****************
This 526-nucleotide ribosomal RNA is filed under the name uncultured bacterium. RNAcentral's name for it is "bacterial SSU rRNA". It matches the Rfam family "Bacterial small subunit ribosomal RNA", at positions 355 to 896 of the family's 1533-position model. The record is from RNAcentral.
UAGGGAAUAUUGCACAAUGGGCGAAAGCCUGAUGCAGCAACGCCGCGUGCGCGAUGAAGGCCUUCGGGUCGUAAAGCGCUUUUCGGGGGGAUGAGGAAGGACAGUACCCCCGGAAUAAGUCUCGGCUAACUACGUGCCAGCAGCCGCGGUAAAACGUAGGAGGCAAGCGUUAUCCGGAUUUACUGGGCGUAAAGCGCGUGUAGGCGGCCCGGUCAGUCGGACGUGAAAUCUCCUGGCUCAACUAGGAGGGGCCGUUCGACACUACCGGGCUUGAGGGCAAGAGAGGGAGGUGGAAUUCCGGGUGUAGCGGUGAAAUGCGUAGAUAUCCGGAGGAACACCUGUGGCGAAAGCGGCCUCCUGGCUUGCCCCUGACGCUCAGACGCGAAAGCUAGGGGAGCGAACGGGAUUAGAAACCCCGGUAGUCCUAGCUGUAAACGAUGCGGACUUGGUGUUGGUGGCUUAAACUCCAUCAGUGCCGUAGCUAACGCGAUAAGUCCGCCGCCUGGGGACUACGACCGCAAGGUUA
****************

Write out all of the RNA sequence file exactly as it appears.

This 526-nucleotide ribosomal RNA is filed under the name uncultured bacterium. RNAcentral's name for it is "bacterial SSU rRNA". It matches the Rfam family "Bacterial small subunit ribosomal RNA", at positions 355 to 896 of the family's 1533-position model. The record is from RNAcentral.
UAGGGAAUAUUGCACAAUGGGCGAAAGCCUGAUGCAGCAACGCCGCGUGCGCGAUGAAGGCCUUCGGGUCGUAAAGCGCUUUUCGGGGGGAUGAGGAAGGACAGUACCCCCGGAAUAAGUCUCGGCUAACUACGUGCCAGCAGCCGCGGUAAAACGUAGGAGGCAAGCGUUAUCCGGAUUUACUGGGCGUAAAGCGCGUGUAGGCGGCCCGGUCAGUCGGACGUGAAAUCUCCUGGCUCAACUAGGAGGGGCCGUUCGACACUACCGGGCUUGAGGGCAAGAGAGGGAGGUGGAAUUCCGGGUGUAGCGGUGAAAUGCGUAGAUAUCCGGAGGAACACCUGUGGCGAAAGCGGCCUCCUGGCUUGCCCCUGACGCUCAGACGCGAAAGCUAGGGGAGCGAACGGGAUUAGAAACCCCGGUAGUCCUAGCUGUAAACGAUGCGGACUUGGUGUUGGUGGCUUAAACUCCAUCAGUGCCGUAGCUAACGCGAUAAGUCCGCCGCCUGGGGACUACGACCGCAAGGUUA